A unique role in the federal justice system
Fidencio Rivera, U.S. Marshals Service-Arizona District
Title: Chief Deputy U.S. Marshal
Years of service: 22 years
Education/ training: I received a B.A. in Psychology from the University of Arizona, a M.Ed. in Counseling with an emphasis in Human Relations from Northern Arizona University, and a M.A. in Management from Webster University.
Career highlights: My position involves daily interaction with the federal judiciary, supporting Deputy U.S. Marshals who apprehend violent fugitives and sexual predators, and interacting with the community. I am also helping to shape the future of the U.S. Marshals Service.
On the job/ valuable learning experience: The importance of treating others with respect.
Why did you decide to pursue this career? My original goal was to work with young at-risk individuals (perhaps as a juvenile probation officer), but the opportunity to serve with the U.S. Marshals Service emerged while I was still going through college. I have never looked back.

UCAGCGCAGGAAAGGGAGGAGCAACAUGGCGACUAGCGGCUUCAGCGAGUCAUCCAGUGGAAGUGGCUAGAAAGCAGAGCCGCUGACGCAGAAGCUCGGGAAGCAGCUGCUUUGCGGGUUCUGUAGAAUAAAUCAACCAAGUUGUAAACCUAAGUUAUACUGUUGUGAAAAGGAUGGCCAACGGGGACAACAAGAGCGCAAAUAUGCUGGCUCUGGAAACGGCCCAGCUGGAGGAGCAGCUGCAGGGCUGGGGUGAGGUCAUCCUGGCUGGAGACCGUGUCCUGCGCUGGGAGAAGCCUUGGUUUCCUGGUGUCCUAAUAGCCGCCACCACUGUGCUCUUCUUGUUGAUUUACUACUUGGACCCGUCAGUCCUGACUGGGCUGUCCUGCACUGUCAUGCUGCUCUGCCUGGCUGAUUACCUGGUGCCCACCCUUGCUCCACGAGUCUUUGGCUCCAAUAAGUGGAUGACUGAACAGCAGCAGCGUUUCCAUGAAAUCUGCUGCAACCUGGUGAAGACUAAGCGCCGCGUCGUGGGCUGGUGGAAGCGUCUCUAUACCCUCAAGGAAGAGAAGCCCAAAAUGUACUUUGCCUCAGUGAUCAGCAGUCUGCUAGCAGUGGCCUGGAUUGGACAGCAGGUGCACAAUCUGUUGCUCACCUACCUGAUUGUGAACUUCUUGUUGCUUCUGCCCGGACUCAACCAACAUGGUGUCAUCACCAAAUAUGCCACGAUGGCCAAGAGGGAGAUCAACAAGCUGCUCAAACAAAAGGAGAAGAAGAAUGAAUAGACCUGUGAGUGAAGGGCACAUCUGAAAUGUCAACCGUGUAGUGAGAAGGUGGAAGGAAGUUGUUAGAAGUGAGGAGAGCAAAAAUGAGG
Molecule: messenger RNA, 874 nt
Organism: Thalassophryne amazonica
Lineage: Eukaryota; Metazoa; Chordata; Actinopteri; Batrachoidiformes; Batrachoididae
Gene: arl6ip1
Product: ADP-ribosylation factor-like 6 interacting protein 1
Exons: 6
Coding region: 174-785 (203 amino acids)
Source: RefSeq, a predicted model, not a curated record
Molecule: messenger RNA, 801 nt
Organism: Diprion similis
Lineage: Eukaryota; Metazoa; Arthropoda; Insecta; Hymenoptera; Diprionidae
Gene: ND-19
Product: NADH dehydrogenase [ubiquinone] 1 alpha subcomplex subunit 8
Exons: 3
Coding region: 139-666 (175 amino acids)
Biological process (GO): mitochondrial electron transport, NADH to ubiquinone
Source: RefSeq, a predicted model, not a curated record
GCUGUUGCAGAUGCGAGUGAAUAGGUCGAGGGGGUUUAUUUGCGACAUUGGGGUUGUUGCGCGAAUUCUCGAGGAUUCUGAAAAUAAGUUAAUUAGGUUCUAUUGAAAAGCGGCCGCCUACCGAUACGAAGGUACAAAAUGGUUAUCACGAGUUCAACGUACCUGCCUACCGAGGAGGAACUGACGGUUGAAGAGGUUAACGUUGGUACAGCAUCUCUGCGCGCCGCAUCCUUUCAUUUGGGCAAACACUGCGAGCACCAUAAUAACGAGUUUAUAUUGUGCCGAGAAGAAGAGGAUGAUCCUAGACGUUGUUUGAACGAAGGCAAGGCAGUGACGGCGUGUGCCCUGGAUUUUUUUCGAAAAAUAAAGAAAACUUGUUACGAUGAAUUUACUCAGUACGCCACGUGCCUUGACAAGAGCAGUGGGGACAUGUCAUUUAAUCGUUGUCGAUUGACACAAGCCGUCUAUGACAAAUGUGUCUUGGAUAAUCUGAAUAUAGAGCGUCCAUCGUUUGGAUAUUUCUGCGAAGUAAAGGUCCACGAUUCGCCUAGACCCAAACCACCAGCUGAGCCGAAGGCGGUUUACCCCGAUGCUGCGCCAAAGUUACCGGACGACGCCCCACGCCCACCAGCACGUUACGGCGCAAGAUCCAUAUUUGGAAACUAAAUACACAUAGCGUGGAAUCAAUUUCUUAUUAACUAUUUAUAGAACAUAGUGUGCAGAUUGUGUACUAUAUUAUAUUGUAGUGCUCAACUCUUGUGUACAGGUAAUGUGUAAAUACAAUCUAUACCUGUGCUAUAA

Advice to others considering serving our community: I would tell them to seek a profession in which they are passionate, and do it to the best of their ability.
Chief Deputy Rivera received the U.S. Marshals Director’s Honorary Award for Meritorious Service in 2010 for superior performance over a long career.
The U.S. Marshal Service is the nation’s oldest law enforcement agency. In 1789, George Washington appointed the first 13 U.S. marshals. It wasn’t until 1870 that the U.S. Congress gave the newly created Department of Justice supervision over the U.S. Marshals Service.
While the Arizona District of the U.S. Marshals Service did not become official until statehood was conferred in 1912, the first U.S. Marshals’ office was established in Phoenix in 1863. The Earp brothers, most famous for their heroic performance at Tombstone’s OK Corral in 1881, are exemplars of the early style of law enforcement practiced by U.S. marshals. While many things have changed since the “Wild West” days, the duties of U.S. marshals are still the most wide-ranging among all the law enforcement agencies. Entry into the Service is highly competitive and less than 5 percent of qualified applicants are accepted.